By that I mean, my parents were Christian, we went to church at least 3 times a week, we prayed before meals, before bed, I read my Bible. The boxes were ticked. I fit the mold.
As a kid, I always felt a deep love for God, at times a possible connection. For sure though, if I did feel a connection, it wasn’t through being a ‘Christian’.
I was notorious for falling asleep in church (I still do). I’d have my eyes open during meal-time prayer, salivating while I watched my food grow cold. Bedtime prayers dragged on as well, and I seem to remember my sister and I having kicking wars behind our parents’ back.
As I remember it, the church we went to was hardcore Evangelical Christian… code for right-wing, and Anti… gay, sex, sin, and just being you.
Our identities were based on acceptable, or not so acceptable, behaviours defined by the church. As a result, the fear of God I definitely understood; the freedom in Christ, not-so-much.
And by fear, I mean the, ‘don’t screw up, get it right, don’t let God see you fail’ version of fear.
The respect, awe, and knowing-my-place kind of fear, I know now, but was muddled with the first kind when I was a kid.
The concept of God I’ve always been drawn to. Understanding all that God is, has been, and is, a journey. Sometimes it’s been facilitated within a church, and sometimes it goes beyond church walls.
I’m finally getting honest with myself about this. Instead of pretending that I get it and that I’m a good Christian, and trying to keep the people in my life that want me to have a certain faith happy, I’m getting real, raw & related.
I realized that if I’m really going to live as my True You, I have to apply it to my faith to.
- I want to own it authentically for what it is: Not completely figured out.
- I don’t want to change it to fit somebody else’s mold.
- I don’t want to hide the questions that I have, or the choices that I’ve made.
- It’s time for me to approach my faith and my God with love; without fear, judgement, or fear of judgement.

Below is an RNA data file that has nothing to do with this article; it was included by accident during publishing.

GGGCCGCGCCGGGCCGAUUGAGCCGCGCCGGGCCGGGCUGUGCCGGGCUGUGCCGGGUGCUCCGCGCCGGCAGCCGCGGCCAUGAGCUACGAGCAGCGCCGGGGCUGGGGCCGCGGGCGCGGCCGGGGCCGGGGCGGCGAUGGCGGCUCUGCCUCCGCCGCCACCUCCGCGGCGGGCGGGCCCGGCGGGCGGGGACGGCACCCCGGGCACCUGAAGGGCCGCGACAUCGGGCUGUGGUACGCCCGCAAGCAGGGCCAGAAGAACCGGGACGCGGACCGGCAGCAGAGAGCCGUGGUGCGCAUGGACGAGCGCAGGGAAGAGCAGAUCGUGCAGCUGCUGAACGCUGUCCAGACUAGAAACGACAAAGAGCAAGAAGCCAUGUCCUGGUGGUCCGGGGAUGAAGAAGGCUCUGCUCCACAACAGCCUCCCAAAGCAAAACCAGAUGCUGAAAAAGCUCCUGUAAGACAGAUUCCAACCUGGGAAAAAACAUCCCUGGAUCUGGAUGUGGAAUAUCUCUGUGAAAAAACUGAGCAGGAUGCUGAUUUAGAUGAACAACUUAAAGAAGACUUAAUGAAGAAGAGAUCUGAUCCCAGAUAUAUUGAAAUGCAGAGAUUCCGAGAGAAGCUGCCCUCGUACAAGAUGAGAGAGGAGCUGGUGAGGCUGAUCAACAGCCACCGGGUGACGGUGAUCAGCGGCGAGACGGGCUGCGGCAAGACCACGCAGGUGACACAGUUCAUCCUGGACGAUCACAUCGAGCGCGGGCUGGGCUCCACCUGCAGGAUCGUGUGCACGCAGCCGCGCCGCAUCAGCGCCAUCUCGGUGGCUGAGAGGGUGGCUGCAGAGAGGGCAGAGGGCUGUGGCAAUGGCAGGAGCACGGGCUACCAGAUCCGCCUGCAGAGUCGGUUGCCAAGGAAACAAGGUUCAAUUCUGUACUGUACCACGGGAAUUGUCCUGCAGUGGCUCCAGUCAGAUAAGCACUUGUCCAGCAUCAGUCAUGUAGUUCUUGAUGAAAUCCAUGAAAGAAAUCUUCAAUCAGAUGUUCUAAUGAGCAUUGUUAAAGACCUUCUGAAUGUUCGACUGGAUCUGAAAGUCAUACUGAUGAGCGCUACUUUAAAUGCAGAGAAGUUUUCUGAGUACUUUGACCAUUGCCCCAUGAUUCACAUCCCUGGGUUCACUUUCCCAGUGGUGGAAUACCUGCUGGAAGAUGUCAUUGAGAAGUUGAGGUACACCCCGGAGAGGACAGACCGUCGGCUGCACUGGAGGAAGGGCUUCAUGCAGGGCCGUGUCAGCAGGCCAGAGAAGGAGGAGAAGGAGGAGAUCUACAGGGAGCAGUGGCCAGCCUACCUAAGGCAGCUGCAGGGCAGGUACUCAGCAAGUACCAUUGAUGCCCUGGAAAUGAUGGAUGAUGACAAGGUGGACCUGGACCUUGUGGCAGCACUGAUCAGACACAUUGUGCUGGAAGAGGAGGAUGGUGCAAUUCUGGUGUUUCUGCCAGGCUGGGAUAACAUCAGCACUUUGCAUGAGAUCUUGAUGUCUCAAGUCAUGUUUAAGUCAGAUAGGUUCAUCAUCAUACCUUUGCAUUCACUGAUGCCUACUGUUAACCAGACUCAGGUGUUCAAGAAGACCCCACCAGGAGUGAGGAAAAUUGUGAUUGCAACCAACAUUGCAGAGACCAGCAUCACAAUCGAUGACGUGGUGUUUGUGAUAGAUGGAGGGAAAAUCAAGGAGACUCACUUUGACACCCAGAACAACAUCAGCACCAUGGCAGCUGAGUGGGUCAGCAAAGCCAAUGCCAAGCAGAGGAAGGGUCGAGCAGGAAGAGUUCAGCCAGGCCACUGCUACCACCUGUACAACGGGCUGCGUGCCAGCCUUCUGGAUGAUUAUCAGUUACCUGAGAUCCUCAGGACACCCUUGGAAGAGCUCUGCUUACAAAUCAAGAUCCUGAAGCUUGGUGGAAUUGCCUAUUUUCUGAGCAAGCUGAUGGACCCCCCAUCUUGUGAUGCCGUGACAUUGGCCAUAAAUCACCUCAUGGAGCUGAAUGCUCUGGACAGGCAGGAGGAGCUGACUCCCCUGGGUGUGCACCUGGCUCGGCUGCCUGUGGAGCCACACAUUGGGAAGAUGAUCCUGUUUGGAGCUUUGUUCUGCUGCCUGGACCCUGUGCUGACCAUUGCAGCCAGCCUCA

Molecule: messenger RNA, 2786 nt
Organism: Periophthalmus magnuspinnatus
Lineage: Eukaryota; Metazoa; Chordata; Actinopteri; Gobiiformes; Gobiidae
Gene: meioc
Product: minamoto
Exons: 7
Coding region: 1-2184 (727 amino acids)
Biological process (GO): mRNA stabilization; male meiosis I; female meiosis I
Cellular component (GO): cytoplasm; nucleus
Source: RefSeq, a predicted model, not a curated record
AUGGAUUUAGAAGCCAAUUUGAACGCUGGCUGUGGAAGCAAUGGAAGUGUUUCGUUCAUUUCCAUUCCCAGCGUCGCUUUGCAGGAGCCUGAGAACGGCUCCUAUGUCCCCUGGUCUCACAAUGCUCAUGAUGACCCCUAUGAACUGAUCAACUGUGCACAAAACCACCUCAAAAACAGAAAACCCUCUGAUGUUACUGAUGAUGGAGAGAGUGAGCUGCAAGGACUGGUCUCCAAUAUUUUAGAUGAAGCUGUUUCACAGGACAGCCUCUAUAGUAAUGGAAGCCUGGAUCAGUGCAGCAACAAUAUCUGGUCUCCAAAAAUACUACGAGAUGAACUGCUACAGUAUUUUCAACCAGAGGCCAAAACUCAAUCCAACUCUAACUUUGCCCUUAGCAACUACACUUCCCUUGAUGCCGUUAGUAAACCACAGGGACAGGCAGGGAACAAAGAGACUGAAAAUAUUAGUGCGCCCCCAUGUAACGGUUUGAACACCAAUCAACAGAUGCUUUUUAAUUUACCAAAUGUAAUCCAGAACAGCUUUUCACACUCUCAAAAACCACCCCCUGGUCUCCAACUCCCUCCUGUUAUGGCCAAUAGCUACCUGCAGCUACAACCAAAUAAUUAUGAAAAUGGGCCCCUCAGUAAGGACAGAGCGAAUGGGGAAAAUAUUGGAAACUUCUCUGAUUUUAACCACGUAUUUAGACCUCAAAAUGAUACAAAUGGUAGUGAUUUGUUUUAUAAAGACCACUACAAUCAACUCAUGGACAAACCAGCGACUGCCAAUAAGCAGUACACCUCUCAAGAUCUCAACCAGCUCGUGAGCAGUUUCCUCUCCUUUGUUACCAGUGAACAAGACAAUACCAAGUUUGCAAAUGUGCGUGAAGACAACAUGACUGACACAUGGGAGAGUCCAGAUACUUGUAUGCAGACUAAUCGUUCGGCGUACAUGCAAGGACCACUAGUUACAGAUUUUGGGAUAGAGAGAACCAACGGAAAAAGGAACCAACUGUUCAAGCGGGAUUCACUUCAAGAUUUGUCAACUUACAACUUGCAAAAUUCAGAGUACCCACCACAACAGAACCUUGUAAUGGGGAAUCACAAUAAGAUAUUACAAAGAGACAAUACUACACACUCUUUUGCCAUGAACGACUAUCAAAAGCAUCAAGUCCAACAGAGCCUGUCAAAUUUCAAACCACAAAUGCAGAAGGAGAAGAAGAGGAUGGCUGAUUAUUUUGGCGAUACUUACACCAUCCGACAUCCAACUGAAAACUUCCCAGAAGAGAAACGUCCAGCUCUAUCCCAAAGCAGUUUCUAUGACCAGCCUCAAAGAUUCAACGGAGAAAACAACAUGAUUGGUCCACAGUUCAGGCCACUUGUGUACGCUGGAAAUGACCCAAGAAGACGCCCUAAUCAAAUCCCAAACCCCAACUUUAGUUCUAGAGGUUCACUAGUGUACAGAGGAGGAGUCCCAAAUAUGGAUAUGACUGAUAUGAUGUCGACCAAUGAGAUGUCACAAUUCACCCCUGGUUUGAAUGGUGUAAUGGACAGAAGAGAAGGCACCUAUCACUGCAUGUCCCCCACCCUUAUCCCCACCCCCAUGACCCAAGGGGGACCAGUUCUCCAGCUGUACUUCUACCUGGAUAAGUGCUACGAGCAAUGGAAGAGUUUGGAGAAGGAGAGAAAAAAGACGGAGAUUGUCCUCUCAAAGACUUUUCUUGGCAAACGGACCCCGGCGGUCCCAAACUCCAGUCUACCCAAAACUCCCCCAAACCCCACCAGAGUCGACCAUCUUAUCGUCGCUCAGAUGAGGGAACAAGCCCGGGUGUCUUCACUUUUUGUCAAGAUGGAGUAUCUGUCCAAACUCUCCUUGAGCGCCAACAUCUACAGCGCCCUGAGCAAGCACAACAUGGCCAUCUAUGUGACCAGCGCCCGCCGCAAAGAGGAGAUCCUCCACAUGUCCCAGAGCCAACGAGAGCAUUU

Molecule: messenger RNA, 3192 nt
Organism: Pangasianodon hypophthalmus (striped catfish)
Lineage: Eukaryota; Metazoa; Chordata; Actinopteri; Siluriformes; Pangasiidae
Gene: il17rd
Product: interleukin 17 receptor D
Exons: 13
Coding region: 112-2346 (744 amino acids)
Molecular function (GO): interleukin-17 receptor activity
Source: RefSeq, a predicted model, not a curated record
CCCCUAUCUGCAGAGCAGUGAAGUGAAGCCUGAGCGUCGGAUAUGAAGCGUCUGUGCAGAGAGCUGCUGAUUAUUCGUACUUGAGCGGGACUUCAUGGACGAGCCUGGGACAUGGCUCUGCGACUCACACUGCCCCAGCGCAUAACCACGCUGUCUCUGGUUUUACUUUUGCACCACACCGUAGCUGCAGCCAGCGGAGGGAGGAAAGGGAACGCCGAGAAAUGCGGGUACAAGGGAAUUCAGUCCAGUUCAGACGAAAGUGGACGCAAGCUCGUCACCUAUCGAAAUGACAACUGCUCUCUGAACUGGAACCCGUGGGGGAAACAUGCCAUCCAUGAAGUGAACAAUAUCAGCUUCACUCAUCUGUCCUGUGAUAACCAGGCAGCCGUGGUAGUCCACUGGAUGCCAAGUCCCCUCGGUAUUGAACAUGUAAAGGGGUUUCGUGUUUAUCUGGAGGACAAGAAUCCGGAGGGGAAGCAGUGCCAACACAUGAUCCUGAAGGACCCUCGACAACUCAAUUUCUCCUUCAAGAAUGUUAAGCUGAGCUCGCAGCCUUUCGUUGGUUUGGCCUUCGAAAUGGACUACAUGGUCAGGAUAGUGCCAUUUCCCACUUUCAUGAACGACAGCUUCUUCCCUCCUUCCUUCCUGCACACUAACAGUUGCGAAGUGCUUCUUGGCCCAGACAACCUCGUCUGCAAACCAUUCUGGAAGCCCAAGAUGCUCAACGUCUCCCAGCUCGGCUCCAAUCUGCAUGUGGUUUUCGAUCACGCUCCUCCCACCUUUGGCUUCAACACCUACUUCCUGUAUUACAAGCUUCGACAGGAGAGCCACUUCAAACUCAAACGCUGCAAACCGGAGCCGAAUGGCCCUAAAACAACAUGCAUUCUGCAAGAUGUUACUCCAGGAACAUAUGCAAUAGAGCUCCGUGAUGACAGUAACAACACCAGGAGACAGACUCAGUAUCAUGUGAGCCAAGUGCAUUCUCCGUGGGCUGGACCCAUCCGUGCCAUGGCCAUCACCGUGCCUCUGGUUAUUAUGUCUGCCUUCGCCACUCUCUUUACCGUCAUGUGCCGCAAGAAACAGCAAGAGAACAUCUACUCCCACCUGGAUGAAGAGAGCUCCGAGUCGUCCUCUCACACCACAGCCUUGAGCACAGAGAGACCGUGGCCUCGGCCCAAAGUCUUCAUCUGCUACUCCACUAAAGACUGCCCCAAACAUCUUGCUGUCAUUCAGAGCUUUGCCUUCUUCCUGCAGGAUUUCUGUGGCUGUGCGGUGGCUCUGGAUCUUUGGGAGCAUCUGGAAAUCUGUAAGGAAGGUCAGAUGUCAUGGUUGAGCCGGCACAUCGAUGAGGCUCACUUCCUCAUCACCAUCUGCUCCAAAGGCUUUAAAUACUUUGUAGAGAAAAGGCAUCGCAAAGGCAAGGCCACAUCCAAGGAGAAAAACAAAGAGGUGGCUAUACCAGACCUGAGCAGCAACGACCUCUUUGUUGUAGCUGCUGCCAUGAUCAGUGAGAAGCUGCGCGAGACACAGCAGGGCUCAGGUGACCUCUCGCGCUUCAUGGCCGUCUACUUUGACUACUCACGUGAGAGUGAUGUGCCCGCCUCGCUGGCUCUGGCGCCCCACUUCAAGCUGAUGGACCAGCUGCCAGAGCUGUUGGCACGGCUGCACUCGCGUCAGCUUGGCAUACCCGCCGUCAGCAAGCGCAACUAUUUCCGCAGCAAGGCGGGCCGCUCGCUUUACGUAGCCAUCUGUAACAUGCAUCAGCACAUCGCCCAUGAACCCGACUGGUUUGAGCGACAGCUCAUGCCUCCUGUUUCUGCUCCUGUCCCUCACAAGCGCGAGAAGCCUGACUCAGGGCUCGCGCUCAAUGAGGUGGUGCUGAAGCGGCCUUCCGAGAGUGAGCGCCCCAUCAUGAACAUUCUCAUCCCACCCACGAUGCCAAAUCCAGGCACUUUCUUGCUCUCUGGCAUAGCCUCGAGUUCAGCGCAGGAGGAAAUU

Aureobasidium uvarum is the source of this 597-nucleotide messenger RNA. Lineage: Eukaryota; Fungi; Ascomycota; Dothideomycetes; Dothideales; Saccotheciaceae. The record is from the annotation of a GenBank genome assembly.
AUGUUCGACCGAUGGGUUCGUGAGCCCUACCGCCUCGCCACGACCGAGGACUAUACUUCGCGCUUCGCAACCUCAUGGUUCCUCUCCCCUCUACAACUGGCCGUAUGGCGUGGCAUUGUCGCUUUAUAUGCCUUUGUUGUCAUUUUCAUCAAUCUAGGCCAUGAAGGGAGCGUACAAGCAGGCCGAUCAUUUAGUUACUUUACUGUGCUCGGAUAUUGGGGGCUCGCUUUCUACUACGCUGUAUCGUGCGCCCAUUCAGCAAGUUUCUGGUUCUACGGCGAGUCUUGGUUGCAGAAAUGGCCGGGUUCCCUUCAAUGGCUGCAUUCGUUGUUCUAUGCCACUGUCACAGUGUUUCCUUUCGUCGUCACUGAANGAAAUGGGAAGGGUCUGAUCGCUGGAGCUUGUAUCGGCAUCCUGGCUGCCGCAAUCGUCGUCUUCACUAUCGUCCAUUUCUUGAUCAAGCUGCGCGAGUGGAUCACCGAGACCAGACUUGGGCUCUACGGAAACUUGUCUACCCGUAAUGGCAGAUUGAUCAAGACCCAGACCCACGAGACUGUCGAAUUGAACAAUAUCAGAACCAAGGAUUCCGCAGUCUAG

Which brings me to today…
I feel compelled to share a conversation I recently had.
It has to do with miracles.
When it comes to miracles, I’ve been on the fence.
I grew up with a pastor who experienced a physical miracle in his life: saved from polio at the age of 12. You’ve probably heard of these kinds of things. Physical healings, addictions disappearing in a split second, money appearing overnight, a vision in a dream.
Truthbomb: All these miracles sound great on paper, and at the same time are completely incomprehensible to me.
I don’t doubt that these things happened to those who tell the stories, I’ve just never seen it for myself.
And that is what I heard myself saying to my friend as we were cycling through the lush green hills of west Wales the other morning. Where’s my miracle!? (Dammit!)
I’m a bit like Doubting Thomas. I want to see the bloody miracle and then I’ll believe.
Later that day, I realized this: All this time, I’ve been waiting for a miracle, some life-altering sign that would strengthen and solidify my faith.
Except I gotta have the faith first.
And I gotta be willing to acknowledge the miracle for what it is. God’s hand, not my actions.
Ouch, that’s a toughy.
And then I realized this too… that the fact that I live in a little corner of Wales, more heavily populated with sheep than people, and I have met a woman who is crazy enough to cycle with me in the freezing cold rain in the middle of winter, has a property that she is willingly opening up as a community space that we can co-host retreats at, has as similar heart for people and God, and lives like 5 minutes from me… coincidence?
I think not.
Maybe there’s my miracle. And it’s probably just the beginning.
And then I realized this, I have to be open to seeing the miracle, to seeing something that is completely incomprehensible and that I can’t explain, in order for it to happen.
If I am not willing, it’s not going to happen. At least not to me, anyway.
So that is me.
[Tweet “I am willing for today, and tomorrow, to be something I can’t explain.”]
I am willing for a miracle.
And, I am willing for God to be bigger than childhood expectations of who he and I were supposed to be. I suppose that is a miracle of sorts too.